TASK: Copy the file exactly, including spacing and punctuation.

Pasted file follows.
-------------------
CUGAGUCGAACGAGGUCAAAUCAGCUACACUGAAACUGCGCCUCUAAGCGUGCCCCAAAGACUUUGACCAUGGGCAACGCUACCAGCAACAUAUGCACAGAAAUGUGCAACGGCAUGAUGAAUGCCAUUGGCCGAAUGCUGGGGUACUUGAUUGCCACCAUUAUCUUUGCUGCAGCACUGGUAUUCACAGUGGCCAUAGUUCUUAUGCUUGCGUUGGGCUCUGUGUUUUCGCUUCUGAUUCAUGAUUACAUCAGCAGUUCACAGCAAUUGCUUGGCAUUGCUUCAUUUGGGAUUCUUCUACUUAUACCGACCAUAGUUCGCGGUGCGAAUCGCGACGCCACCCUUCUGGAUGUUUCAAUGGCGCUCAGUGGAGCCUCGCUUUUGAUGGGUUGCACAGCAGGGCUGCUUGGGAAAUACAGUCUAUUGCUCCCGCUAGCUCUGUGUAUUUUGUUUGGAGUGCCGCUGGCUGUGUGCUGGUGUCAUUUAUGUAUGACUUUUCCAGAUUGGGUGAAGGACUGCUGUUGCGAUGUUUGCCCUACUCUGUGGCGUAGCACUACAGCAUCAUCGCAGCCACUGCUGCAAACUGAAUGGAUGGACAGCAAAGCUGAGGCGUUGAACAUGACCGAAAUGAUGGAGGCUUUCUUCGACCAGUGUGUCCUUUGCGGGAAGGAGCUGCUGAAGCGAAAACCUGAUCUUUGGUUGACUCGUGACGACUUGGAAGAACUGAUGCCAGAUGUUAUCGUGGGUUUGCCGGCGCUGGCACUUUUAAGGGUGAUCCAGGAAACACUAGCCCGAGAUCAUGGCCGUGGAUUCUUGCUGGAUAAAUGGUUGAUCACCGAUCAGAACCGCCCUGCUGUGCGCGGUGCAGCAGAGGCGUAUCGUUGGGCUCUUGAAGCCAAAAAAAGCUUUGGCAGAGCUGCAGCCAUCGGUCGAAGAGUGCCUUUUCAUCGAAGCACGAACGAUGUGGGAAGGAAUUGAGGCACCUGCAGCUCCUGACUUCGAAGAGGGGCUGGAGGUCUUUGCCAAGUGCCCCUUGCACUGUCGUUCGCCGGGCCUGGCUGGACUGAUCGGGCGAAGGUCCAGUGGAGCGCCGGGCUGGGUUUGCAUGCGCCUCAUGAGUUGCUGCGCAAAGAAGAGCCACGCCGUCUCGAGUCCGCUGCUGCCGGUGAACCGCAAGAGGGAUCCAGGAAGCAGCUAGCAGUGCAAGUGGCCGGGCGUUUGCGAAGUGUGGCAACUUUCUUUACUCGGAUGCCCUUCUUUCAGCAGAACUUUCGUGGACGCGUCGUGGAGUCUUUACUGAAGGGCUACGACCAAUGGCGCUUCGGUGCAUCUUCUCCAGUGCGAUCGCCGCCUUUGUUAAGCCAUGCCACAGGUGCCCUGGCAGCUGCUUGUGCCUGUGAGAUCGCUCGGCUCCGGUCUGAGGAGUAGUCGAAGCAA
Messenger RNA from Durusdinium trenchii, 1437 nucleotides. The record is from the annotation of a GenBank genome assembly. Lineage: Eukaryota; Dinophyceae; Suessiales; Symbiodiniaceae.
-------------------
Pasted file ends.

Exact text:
CUGAGUCGAACGAGGUCAAAUCAGCUACACUGAAACUGCGCCUCUAAGCGUGCCCCAAAGACUUUGACCAUGGGCAACGCUACCAGCAACAUAUGCACAGAAAUGUGCAACGGCAUGAUGAAUGCCAUUGGCCGAAUGCUGGGGUACUUGAUUGCCACCAUUAUCUUUGCUGCAGCACUGGUAUUCACAGUGGCCAUAGUUCUUAUGCUUGCGUUGGGCUCUGUGUUUUCGCUUCUGAUUCAUGAUUACAUCAGCAGUUCACAGCAAUUGCUUGGCAUUGCUUCAUUUGGGAUUCUUCUACUUAUACCGACCAUAGUUCGCGGUGCGAAUCGCGACGCCACCCUUCUGGAUGUUUCAAUGGCGCUCAGUGGAGCCUCGCUUUUGAUGGGUUGCACAGCAGGGCUGCUUGGGAAAUACAGUCUAUUGCUCCCGCUAGCUCUGUGUAUUUUGUUUGGAGUGCCGCUGGCUGUGUGCUGGUGUCAUUUAUGUAUGACUUUUCCAGAUUGGGUGAAGGACUGCUGUUGCGAUGUUUGCCCUACUCUGUGGCGUAGCACUACAGCAUCAUCGCAGCCACUGCUGCAAACUGAAUGGAUGGACAGCAAAGCUGAGGCGUUGAACAUGACCGAAAUGAUGGAGGCUUUCUUCGACCAGUGUGUCCUUUGCGGGAAGGAGCUGCUGAAGCGAAAACCUGAUCUUUGGUUGACUCGUGACGACUUGGAAGAACUGAUGCCAGAUGUUAUCGUGGGUUUGCCGGCGCUGGCACUUUUAAGGGUGAUCCAGGAAACACUAGCCCGAGAUCAUGGCCGUGGAUUCUUGCUGGAUAAAUGGUUGAUCACCGAUCAGAACCGCCCUGCUGUGCGCGGUGCAGCAGAGGCGUAUCGUUGGGCUCUUGAAGCCAAAAAAAGCUUUGGCAGAGCUGCAGCCAUCGGUCGAAGAGUGCCUUUUCAUCGAAGCACGAACGAUGUGGGAAGGAAUUGAGGCACCUGCAGCUCCUGACUUCGAAGAGGGGCUGGAGGUCUUUGCCAAGUGCCCCUUGCACUGUCGUUCGCCGGGCCUGGCUGGACUGAUCGGGCGAAGGUCCAGUGGAGCGCCGGGCUGGGUUUGCAUGCGCCUCAUGAGUUGCUGCGCAAAGAAGAGCCACGCCGUCUCGAGUCCGCUGCUGCCGGUGAACCGCAAGAGGGAUCCAGGAAGCAGCUAGCAGUGCAAGUGGCCGGGCGUUUGCGAAGUGUGGCAACUUUCUUUACUCGGAUGCCCUUCUUUCAGCAGAACUUUCGUGGACGCGUCGUGGAGUCUUUACUGAAGGGCUACGACCAAUGGCGCUUCGGUGCAUCUUCUCCAGUGCGAUCGCCGCCUUUGUUAAGCCAUGCCACAGGUGCCCUGGCAGCUGCUUGUGCCUGUGAGAUCGCUCGGCUCCGGUCUGAGGAGUAGUCGAAGCAA
Messenger RNA from Durusdinium trenchii, 1437 nucleotides. The record is from the annotation of a GenBank genome assembly. Lineage: Eukaryota; Dinophyceae; Suessiales; Symbiodiniaceae.